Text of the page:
All casinos on the Boardwalk fall within a dice toss of one another. The farthest south is the elegant Hilton, between Providence and Boston Ave. (609-347-7111 or 800-257-8677; www.hiltonac.com), and the farthest north is the gaudy Showboat, at Delaware Ave. and Boardwalk. (609-343-4000 or 800-621-0200; www.harrahs.com). Donald Trump’s glittering Trump Taj Mahal Hotel and Casino, 1000 Boardwalk, (609- 449-1000; www.trumptaj.com), at Virginia Ave., is too ostentatious to be missed; this tasteless tallboy and the rest of Trump’s casino holdings have been struggling with financial difficulties.

In true Monopoly form, Trump owns three other hotel casinos in the city: the recently remodeled Trump Plaza, at Mississippi and the Boardwalk (609-441-6000 or 800-677-7378; www.trumpplaza.com); Trump World’s Fair, on the Boardwalk (800-473-7829); and Trump Castle, on Huron Blvd. at the Marina (609-441-2000; www.trumpmarina.com). In summer, energetic partiers go to “rock the dock” at Trump Castle’s indoor/outdoor bar and restaurant, The Deck (877-477-4697).

Many a die is cast at Caesar’s Boardwalk Resort and Casino, 2100 Pacific Ave., at Arkansas Ave. (609-348-4411; www.caesarsatlatincity.com). At Indiana Ave., The Sands (609-441-4000; www.acsands.com) stands tall and flashy with its seashell motif. The newest casino in town is The Borgata (866-692-6742; www.theborgata.com), a golden scintillation near the Trump Marina Hotel Casino and Harrah’s in the Marina District that has been in the works since 2000.

All casinos are open 24hr. and are dominated by slot machines.

Food

Although not recommended by nutritionists, $0.75 hot dogs and $1.50 pizza slices are readily available on the Boardwalk, and there is no shortage of ice-cream parlors. Some of the best deals in town await at the casinos, where all-you-can-eat lunch ($7) and dinner ($11) buffets abound. Tastier, less tacky fare can be found farther from the seashore.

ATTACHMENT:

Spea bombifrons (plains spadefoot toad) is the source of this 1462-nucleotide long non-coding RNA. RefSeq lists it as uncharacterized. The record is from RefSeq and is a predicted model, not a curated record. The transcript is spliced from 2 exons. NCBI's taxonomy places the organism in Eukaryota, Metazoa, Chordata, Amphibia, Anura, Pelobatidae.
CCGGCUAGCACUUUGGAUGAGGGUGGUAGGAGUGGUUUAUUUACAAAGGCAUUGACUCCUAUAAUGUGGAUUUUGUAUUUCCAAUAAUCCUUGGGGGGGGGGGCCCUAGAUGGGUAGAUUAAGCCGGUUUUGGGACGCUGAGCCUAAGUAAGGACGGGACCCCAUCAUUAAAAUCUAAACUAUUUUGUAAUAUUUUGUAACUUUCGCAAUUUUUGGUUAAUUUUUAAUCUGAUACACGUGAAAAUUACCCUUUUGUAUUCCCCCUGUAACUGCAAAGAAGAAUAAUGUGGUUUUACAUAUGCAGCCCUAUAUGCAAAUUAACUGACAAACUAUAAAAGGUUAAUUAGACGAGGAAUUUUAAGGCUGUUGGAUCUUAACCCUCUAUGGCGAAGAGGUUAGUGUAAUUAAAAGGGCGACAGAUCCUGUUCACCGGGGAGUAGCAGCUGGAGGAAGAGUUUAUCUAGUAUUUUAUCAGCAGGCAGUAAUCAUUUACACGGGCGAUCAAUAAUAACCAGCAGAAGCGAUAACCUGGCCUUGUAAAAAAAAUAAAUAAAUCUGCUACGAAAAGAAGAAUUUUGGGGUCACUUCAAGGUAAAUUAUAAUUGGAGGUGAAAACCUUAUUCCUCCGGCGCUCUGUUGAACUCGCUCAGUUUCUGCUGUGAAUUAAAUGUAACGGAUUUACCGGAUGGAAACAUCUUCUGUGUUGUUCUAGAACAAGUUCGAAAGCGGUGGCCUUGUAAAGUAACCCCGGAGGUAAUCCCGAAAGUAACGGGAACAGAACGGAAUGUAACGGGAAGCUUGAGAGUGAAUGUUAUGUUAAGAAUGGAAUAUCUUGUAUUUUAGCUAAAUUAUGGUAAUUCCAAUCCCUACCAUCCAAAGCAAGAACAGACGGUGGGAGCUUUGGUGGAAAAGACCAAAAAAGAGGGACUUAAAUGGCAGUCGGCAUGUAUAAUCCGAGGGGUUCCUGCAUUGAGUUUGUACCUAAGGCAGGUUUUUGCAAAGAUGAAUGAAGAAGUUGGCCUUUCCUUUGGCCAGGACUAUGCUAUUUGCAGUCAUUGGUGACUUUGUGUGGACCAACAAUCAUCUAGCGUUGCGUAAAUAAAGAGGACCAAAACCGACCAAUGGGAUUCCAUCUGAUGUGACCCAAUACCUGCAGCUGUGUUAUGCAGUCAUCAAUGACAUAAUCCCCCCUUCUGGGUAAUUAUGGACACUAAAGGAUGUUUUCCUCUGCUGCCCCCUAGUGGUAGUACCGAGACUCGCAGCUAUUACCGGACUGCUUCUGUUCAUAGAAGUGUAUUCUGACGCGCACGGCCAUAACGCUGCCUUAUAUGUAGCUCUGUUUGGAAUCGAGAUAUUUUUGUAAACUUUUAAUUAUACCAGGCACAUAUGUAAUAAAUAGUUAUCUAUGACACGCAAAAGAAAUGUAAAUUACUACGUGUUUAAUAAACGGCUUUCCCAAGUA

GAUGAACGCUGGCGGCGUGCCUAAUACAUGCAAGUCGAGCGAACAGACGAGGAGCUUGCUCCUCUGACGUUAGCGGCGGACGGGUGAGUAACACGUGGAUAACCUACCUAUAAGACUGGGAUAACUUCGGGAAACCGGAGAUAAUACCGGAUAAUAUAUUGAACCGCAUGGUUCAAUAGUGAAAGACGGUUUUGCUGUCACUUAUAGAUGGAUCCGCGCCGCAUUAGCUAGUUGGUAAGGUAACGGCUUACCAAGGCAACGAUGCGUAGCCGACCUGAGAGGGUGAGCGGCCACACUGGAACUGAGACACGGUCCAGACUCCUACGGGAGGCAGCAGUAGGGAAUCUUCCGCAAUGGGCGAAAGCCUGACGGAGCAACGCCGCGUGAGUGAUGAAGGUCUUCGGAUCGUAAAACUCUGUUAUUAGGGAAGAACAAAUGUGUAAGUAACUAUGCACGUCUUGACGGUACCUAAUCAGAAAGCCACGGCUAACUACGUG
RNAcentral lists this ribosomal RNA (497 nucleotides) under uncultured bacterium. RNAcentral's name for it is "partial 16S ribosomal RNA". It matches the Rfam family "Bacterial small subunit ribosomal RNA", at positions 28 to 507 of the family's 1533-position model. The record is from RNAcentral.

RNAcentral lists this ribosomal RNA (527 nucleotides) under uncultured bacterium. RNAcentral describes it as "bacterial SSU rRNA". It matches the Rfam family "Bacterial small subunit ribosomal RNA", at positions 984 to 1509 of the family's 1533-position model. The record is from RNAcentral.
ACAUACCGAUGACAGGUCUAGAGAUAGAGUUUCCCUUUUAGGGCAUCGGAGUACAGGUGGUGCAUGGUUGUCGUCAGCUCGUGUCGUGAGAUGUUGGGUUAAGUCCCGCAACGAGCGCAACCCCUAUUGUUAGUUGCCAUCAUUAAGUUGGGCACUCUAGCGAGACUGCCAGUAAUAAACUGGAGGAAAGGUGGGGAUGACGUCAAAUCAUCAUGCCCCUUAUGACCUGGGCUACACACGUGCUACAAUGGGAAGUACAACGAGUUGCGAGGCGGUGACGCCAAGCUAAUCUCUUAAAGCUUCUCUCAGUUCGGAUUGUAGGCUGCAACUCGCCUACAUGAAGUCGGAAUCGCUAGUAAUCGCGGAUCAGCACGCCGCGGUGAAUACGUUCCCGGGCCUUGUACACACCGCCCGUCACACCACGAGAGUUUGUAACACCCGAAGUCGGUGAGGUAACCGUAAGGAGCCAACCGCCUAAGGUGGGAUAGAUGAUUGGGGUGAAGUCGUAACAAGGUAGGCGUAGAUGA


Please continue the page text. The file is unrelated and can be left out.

• Inn of the Irish Pub, 164 St. James Pl. (609-345-9613; www.theirishpub.com). Locals lounge downstairs and foreign students and hostelers stay upstairs at this hostel-and-bar combo. Serving hearty pub-style food all night, it’s packed with carousers at all hours. Start off with a “20th St. sampler” (buffalo wings, fried mozzarella, potato skins, and chicken thumbs; $7). The daily lunch special (11:30am-2pm) includes a sandwich and a cup of soup for $2. Dinner specials 2-8pm ($6). Domestic drafts $1. Open 24hr. Cash only.

  • White House Sub Shop, 2301 Arctic Ave. (609-345-8599, takeout 609-345-1564; www.whitehousesubshop.com), at Mississippi Ave. Sinatra was rumored to have had these immense subs ($4-7 for half, $9-12 for whole) flown to him while on tour. Pictures of sub-lovers Joe DiMaggio, Wayne Newton, and Mr. T overlook the team making each sandwich to order. Open Su-Th 10am-10pm, F-Sa 10am-11pm. Cash only.

  • Tony’s Baltimore Grille, 2800 Atlantic Ave. (609-345-5766), at Iowa Ave. Tourists can’t resist the old-time Italian atmosphere with personal jukeboxes, not to mention the $3-8 pizza. Seafood platter $12. Open daily 11am-3am. Bar open 24hr. Cash only.

Accommodations

Motels are located 2-6 mi. out of town on U.S. 40 and U.S. 30, as well as in Absecon (8 mi. west of town on U.S. 30). Before dropping in the off season, rates can more than triple the week of the Miss America Pageant, usually the second or third week in September.